Thursday, March 8, 2012

Soybean Sprout Namul (Banchan: Korean Side Dishes)

This is the next post in my Korean banchan (side dishes) series. The last recipe featured Korean Chive Sangchae, basically a marinated chive salad.

Namul dishes usually refer to steamed or stir-fried vegetables, and the soybean sprouts are quickly boiled and then stir-fried for just  a bit. Here is a picture of the washed, untrimmed beansprouts.



Soybean Sprout Namul

Ingredients
  • 2 cups organic soybean sprouts
  • Olive oil
  • Korean chili powder, to taste
  • Black pepper, to taste
  • 2 tsp sesame oil
Directions
  1. Wash the beansprouts and trim off the ends. (That’s the time-consuming part of this dish)
  2. Bring a pot of water to boil and add a little salt, add the beansprouts and boil them for 3 minutes.
  3. Spray a frying pan with vegetable oil and add the drained beansprouts and sauté for about 30 seconds.
  4. Add the chili powder and black pepper and stir well.
  5. Drizzle with a little sesame oil.
  6. Chill before serving.



You can make this dish as spicy or mild as you like. I usually adjust the spiciness depending on how hot the other dishes we are eating are.

Questions: Have you ever had beansprouts? If so, how were they prepared? Did you like them?

Be well,
Andrea

28 comments:

  1. Looks delicious. And I love how simple it is.

    ~Cindy

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  2. I love bean sprouts, but haven't had them like this. They look terrific!

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  3. I am loving this series. I am wondering if I could make the chive dish with regular chives or if there is a better substitution? I might have to look for some Korean chili powder next time I'm in the city.

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    1. I've never tried to make the chive salad with regular chives. The texture of Korean chives is quite different from regular chives. I think the dish would be quite different, but I can imagine it to be good.

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  4. for being Korean, I certainly don't know how to cook many Asian inspired dishes! I do like bean sprouts, though. Sometimes just raw on sandwiches = delish.

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  5. I didn't even know soybean sprouts existed! I am going to search for these now. This recipe sounds amazing!!
    Have a wonderful weekend Andrea.

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    1. Thanks! Have a great weekend, too!

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  6. That looks amazing Andrea. I have only had bean sprouts in Pho but I like them like that. This is an great series and I am learning so many new things. Thanks for posting all of this.

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    1. Glad you are enjoying the series! :)

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  7. This looks great! I have never had anything like this dish. Sounds excellent! So glad you shared.

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  8. Terrific side dish, I easily serve it with the cod I have waiting in the frig!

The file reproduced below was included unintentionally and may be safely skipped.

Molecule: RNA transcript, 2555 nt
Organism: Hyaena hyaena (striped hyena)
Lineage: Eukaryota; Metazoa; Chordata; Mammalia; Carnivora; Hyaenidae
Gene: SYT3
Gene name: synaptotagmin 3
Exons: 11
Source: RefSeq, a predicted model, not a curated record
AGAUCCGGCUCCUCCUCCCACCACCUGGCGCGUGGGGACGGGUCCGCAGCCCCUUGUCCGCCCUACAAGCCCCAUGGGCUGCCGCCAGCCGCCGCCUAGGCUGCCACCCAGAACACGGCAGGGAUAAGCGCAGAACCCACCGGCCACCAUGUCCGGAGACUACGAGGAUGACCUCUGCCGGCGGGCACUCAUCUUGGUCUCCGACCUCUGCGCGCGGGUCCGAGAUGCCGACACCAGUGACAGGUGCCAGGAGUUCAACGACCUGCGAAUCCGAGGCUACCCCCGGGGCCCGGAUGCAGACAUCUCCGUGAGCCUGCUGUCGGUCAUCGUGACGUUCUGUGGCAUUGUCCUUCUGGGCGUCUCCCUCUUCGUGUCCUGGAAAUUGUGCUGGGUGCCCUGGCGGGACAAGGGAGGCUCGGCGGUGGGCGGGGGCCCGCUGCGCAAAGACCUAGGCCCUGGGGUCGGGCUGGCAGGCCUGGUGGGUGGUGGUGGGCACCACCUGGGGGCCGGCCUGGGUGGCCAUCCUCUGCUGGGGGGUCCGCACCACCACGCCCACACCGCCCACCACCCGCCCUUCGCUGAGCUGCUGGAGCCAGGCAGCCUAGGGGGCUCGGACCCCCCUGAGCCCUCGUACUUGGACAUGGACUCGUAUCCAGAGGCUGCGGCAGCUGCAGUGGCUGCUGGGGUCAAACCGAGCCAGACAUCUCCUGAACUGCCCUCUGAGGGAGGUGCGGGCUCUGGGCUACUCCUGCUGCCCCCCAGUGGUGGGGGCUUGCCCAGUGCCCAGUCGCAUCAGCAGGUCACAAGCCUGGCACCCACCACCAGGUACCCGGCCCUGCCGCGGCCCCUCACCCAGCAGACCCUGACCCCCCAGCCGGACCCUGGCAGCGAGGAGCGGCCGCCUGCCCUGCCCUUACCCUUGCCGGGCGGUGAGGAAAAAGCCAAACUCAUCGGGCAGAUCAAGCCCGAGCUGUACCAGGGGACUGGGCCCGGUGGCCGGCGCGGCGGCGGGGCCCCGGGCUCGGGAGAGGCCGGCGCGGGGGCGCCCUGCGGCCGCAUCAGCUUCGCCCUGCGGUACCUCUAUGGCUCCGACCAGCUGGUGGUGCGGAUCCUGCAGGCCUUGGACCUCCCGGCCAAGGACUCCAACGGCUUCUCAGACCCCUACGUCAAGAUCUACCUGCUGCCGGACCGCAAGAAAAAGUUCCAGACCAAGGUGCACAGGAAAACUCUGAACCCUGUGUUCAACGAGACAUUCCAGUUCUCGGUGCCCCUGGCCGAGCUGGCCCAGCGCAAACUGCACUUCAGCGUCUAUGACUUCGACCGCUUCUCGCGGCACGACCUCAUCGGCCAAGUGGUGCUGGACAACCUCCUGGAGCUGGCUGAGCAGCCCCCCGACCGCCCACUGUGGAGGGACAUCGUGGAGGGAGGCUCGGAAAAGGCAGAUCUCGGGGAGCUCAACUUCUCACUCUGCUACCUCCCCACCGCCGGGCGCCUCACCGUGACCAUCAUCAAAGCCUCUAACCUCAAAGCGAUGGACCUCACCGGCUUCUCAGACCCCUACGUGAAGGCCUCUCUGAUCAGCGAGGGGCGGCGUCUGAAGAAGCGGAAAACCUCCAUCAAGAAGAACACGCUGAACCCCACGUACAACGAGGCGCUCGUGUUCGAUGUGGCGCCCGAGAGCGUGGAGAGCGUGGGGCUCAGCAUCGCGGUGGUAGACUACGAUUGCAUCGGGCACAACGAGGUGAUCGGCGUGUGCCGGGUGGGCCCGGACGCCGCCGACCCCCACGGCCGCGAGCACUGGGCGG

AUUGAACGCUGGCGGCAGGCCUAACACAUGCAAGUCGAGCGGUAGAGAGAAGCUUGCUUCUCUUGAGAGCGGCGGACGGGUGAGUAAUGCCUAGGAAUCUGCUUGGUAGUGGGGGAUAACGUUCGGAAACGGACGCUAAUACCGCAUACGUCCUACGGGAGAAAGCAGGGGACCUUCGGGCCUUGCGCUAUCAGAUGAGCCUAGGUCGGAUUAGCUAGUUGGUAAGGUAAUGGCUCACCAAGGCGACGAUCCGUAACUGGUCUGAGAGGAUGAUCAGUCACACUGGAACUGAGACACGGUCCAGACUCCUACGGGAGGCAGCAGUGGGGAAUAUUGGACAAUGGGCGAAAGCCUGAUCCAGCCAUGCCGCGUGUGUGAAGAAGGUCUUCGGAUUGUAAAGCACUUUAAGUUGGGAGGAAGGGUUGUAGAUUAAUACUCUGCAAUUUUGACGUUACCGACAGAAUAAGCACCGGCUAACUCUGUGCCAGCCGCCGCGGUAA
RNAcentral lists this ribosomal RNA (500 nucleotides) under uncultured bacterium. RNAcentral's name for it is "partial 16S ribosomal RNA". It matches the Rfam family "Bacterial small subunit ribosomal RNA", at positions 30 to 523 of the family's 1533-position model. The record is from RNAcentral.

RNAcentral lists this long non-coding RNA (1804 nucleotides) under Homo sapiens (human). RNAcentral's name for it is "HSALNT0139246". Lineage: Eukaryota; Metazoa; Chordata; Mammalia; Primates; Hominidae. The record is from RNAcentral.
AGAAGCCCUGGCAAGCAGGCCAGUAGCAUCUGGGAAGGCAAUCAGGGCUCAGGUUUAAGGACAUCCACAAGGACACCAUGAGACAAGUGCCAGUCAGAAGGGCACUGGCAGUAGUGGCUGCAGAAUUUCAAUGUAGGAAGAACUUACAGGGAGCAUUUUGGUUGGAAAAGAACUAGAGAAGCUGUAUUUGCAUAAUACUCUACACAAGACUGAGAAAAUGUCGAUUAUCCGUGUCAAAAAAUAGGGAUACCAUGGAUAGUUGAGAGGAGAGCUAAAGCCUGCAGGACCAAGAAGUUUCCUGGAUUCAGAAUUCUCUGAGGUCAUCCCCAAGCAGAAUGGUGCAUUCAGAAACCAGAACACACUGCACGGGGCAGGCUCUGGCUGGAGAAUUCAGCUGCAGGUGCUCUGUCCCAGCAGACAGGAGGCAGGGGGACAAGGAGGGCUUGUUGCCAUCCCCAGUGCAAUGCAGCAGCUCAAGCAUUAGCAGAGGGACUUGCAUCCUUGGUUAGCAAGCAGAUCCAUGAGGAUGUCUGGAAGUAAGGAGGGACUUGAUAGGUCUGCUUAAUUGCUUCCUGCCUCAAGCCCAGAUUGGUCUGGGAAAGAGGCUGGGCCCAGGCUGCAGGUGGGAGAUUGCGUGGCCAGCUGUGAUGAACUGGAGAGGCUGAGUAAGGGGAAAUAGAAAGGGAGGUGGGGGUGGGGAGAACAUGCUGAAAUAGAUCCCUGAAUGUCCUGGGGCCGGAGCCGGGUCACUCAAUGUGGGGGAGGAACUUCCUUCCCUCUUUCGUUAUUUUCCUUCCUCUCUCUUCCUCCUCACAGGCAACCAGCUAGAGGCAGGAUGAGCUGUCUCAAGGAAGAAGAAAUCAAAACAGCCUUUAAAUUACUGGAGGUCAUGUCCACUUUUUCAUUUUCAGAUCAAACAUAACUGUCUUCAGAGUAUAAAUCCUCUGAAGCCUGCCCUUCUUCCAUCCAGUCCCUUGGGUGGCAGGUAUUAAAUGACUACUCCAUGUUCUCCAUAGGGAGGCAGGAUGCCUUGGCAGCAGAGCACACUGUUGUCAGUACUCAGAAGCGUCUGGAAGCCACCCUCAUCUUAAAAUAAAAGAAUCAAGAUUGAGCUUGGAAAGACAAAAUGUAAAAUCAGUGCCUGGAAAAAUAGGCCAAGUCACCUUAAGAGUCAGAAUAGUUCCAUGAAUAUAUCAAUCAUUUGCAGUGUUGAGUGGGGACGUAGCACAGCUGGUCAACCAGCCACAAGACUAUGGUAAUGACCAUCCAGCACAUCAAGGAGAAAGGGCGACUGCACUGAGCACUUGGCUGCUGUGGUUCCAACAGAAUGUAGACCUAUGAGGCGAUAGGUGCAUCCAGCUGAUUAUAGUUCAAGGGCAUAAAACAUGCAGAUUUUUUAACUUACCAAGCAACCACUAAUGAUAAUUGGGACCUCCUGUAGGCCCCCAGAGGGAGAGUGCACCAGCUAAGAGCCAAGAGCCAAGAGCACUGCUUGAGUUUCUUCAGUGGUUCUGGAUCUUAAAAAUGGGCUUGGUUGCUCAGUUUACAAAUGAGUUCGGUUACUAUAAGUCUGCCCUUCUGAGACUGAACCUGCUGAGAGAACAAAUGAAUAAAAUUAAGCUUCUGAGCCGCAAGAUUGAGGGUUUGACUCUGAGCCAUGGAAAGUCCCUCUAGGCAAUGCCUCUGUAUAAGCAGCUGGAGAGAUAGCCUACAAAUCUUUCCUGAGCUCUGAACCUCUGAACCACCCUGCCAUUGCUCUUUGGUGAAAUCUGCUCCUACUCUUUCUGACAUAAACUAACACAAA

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    1. Thanks! Would be a nice combination!

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  9. One of my fave banchan staples. Love the crunch and the hit of heat.

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    1. Yes, the crunch and heat are what makes this dish! :)

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  10. I love the idea of stir fried bean sprouts,but never would have imagined eating them this way. Sounds delicious though, and I'm also intrigued by your marinated chives. So fun to learn new veggie dishes to make! Have a wonderful week Andrea :-)

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    1. Thanks! :)

      Have a great week, too!

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  11. silly question, are all bean sprouts soybean sprouts?

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    1. I think a lot of the sprouts you can buy are soybean sprouts, but many beans (and seeds) can be sprouted, and I remember sprouting lots of different beans and seeds when I was young, many, many years ago.... ;)

      I believe other popular bean sprouts are mung bean sprouts.

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  12. Andrea, like the simplicity of this dish, so tasty and healthy :)
    Hope you have a great week ahead!

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  13. I usually just put bean sprouts in salad. They taste good, and they cost *much!!!* less at the Asian grocery store. I don't think my husband and I could ever agree on the spiciness of this dish you show above. :D

    :-) Marion

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    1. I love it really spicy, my husband not so much... :)

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  14. This is one of my absolute favorite banchan dishes, this is going to the top of my list.

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    1. I love it, too. In fact, I can eat it all by itself... :)

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